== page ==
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This week in Regulation

Select committee members can expect less of an
ear-bashing in future when examining financial services issues after this week’s announcement that Mick McAteer is standing down as principal policy adviser at Which?

McAteer says he is returning to his roots working on charity projects to do with financial exclusion – an area which is climbing up the political agenda with work continuing from the likes of the Resolution Foundation and various groups of MPs.

Treasury select committee chairman John McFall says the TSC was going to publish its long running report into financial inclusion before this week’s recess but will now wait until the autumn to allow the committee more time on the report and give the issue more exposure.

Tory shadow financial secretary to the Treasury Mark Hoban also recently chaired a parliamentary financial literacy summit with guests including FSA managing director, retail markets Clive Briault and a number of MPs and industry names.

Parliament may have broken up this week but there will plenty of financial services activity over the summer with a hotbed of lobbying and discussion regarding the NPSS as the Government consultation on the scheme draws to a close on September 11, ahead of the Autumn technical paper.

To help things along pension reform minister James Purnell has set up his own blog on the DWP website – accompanied by a grinning photo of the minister in gangster style attire.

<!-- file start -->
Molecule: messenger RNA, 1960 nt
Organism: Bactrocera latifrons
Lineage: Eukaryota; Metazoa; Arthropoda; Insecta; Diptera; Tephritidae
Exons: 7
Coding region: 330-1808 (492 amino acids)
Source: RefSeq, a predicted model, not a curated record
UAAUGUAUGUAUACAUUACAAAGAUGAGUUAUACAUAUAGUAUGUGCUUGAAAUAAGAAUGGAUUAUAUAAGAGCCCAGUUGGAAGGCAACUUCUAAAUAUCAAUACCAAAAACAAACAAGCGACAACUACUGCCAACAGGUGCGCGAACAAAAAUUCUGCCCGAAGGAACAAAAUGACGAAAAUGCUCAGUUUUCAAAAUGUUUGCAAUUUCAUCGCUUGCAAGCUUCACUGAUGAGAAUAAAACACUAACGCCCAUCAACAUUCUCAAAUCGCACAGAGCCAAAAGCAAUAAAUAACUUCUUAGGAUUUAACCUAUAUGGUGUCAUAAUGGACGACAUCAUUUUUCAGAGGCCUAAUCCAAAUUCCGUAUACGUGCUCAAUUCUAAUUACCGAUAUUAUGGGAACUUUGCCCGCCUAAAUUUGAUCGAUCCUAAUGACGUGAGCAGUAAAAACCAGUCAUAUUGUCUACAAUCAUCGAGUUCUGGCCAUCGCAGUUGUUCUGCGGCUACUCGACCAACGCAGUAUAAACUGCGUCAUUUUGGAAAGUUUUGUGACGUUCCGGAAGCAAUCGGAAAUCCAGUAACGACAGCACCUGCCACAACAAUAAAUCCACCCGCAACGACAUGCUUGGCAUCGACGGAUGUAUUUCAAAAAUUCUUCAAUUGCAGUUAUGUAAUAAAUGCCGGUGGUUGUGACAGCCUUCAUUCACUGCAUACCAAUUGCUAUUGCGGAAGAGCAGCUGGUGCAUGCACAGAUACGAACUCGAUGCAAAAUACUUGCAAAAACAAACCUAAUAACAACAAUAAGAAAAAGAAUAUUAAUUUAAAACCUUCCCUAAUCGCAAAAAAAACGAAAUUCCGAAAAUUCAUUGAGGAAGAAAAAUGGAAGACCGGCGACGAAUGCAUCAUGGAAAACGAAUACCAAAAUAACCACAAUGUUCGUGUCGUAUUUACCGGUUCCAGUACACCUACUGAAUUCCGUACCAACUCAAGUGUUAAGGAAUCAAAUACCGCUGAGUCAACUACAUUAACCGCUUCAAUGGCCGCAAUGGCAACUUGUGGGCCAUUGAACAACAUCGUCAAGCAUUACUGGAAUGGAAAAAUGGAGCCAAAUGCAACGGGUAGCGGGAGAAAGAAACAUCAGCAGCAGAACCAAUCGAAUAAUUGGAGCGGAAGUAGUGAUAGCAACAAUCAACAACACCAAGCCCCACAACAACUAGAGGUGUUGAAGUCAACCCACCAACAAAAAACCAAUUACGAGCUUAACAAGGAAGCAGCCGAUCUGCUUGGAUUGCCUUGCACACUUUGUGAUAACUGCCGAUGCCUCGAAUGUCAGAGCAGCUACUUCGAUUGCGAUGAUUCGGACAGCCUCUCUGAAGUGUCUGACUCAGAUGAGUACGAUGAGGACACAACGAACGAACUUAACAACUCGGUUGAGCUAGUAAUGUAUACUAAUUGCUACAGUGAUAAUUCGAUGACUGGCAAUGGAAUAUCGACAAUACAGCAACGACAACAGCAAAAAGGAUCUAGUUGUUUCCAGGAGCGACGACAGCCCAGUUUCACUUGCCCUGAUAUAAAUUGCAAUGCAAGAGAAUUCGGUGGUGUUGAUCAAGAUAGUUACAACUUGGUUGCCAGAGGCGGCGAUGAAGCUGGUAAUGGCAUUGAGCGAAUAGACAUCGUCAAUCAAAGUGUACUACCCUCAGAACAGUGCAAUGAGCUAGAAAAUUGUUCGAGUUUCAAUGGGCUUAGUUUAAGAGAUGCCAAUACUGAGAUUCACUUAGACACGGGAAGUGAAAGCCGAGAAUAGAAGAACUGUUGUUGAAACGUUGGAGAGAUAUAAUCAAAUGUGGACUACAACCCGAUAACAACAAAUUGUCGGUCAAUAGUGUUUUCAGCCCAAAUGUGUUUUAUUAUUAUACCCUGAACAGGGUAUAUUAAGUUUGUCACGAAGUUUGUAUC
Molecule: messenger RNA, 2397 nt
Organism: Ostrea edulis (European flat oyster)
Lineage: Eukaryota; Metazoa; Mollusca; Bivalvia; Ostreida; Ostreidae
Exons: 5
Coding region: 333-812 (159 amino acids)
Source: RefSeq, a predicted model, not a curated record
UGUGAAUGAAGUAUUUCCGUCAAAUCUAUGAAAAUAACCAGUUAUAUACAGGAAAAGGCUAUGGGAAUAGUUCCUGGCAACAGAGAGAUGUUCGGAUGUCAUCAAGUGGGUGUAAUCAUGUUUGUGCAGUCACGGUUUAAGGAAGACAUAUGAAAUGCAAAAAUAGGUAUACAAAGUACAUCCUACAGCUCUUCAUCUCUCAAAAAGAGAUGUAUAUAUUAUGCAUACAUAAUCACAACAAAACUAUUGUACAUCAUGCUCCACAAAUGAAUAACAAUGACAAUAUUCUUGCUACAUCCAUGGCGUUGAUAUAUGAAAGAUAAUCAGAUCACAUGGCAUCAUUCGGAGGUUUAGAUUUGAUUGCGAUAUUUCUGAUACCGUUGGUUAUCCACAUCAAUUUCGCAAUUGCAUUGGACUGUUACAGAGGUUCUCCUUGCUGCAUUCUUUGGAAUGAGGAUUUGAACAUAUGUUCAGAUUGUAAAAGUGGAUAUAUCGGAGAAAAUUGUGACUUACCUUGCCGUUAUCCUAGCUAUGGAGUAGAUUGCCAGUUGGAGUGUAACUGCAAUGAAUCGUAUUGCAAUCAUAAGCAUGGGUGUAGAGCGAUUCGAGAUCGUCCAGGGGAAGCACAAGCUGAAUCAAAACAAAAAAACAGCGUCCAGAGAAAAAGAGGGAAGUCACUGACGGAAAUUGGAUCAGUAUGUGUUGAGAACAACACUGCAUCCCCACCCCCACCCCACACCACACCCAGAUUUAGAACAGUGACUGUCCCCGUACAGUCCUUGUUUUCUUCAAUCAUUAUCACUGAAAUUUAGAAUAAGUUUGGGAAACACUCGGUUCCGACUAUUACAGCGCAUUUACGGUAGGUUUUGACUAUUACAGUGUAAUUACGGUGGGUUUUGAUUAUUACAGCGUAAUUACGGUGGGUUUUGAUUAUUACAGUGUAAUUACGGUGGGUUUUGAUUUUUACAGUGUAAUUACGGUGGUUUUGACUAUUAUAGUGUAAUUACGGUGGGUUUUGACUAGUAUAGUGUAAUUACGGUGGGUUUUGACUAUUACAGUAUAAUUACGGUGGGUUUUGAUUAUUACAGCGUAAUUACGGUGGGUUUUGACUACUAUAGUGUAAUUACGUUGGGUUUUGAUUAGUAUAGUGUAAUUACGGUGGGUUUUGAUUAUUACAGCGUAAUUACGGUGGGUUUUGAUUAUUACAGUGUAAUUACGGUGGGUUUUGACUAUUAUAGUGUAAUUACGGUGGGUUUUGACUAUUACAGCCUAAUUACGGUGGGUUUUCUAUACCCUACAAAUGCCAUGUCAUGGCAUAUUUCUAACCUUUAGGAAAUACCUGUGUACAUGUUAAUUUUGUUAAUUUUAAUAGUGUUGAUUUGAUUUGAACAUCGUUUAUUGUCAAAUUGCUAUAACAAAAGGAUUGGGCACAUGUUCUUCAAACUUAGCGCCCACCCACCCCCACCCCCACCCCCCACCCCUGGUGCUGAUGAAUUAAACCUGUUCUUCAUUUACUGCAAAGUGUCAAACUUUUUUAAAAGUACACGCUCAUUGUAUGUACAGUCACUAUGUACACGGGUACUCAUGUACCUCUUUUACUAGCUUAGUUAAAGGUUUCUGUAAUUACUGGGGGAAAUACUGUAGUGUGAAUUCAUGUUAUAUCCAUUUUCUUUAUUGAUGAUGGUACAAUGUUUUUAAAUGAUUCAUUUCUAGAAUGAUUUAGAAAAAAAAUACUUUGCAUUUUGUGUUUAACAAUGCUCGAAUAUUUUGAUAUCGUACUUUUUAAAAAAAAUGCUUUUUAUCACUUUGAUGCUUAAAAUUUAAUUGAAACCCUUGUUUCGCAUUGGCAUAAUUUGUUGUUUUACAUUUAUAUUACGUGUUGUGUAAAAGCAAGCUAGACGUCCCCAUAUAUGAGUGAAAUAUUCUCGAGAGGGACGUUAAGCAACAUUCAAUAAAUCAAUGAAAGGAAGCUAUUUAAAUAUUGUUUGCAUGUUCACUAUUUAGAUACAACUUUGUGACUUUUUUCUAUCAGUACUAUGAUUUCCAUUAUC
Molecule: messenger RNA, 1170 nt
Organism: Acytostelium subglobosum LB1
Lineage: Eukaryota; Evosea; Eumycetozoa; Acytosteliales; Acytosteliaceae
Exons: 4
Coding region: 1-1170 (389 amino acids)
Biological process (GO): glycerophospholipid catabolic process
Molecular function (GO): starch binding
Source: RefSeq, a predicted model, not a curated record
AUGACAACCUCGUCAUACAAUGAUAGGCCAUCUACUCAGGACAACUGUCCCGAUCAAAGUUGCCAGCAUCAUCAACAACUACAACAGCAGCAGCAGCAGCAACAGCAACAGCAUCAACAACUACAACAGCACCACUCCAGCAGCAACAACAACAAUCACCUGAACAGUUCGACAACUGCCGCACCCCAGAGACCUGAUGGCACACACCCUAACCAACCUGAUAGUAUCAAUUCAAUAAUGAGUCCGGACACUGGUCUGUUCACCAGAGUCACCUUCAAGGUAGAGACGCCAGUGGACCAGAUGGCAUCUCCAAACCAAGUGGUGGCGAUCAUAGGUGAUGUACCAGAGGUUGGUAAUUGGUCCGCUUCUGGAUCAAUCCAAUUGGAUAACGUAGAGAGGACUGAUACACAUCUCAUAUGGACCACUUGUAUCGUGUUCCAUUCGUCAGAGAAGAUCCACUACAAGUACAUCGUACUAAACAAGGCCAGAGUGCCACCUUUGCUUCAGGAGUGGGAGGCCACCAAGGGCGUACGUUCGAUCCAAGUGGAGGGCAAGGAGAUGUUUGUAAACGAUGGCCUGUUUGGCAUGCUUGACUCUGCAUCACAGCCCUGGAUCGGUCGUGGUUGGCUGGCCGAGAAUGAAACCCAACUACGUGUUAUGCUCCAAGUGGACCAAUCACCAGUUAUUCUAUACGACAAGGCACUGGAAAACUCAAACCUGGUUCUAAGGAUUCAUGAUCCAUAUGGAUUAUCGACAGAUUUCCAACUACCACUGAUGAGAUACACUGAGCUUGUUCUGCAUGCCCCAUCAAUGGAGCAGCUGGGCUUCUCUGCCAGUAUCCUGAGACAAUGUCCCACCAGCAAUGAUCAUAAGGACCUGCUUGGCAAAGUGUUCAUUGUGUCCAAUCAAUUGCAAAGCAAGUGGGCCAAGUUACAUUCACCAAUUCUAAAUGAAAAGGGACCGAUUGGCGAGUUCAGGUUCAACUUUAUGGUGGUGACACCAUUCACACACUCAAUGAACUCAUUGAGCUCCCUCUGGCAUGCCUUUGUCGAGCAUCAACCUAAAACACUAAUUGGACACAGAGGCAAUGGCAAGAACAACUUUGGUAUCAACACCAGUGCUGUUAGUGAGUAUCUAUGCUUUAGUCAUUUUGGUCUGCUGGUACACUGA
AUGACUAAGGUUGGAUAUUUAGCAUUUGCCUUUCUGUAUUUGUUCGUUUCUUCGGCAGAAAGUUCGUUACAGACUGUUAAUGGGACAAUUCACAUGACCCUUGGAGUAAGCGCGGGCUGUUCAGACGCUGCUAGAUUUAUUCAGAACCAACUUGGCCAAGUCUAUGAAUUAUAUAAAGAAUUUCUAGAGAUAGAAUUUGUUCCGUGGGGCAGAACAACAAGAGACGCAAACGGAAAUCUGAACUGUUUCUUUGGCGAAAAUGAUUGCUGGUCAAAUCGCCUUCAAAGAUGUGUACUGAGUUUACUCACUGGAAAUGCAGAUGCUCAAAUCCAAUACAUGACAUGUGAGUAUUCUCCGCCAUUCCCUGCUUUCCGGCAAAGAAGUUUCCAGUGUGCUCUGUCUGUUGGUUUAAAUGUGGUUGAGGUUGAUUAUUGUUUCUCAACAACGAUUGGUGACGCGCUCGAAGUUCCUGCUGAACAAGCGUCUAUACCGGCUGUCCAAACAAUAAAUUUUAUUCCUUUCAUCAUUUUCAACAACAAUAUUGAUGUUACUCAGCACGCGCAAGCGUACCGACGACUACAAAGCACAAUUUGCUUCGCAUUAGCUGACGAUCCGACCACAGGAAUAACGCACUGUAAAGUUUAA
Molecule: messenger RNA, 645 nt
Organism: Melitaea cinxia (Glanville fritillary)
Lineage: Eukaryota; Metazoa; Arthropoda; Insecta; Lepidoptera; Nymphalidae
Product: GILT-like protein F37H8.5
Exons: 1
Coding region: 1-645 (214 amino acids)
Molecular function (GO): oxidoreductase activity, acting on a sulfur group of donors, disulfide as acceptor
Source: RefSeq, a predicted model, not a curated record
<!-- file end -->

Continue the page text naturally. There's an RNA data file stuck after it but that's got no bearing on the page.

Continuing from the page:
Autumn will also see the publication of proposals by the Conservative’s tax reform group, led by Shadow Chancellor George Osborne and Thatcherite former MP Michael Forsyth.

It is still unclear how radical any proposals will be but they got a helping hand this week with a report from the right-wing Bow Group thinktank calling for a massive simplification of the current system including a flat 1 per cent annual levy on the value of all residential property.

The work and pensions committee report into pension reform will cause worry in the industry with calls for a shake up of pension tax relief including the tax free lump sum.

There is already worry from some in the industry that the Government is eyeing up the tax free lump sum as a potential target for culling due to potential problems of policing turbo-charging- although Economic secretary to the Treasury Ed Balls is on record at recent Finance Bill committee meetings stating the Government would do no such thing.

The work and pension committee also weighed into the financial inclusion debate stressing the need for generic advice, as well as supporting Intelligent Money’s call for the Government to look at a flat administration fee for the NPSS although this could be seen by some as a regressive move and unfair to the lowest earners.


A pension scandal far worse than Maxwell

The 32,000 Maxwell pensioners received their pensions but there are perhaps 100,000 being left without. Many of them have lost their state pension too, ending up worse than if they had never put a penny into their company scheme at all

Weed them and reap

The FSA’s second review of the equity-release market saw the unprecedented move by the regulator of asking advisers who only write a small amount of equity-release business to stop and refer them on to specialist firms.

With the greatest of sleaze

May I congratulate and thank Aifa director general Chris Cummings for his defence of IFAs generally. What many people find amazing is how the FSA manages to generate so much activity designed to make life as difficult as possible for advisers all under the guise of customer care and protection. We have a quango which […]

Tax-free gains? That can’t be right, can it?

When he was Chancellor of the Exchequer, George Osborne made several changes to the way in which income is taxed. Personal allowances were increased significantly above the rate of inflation; a starting rate band was introduced for savings income and, with effect from 6 April 2015, this was assessed at 0 per cent. In addition, […]


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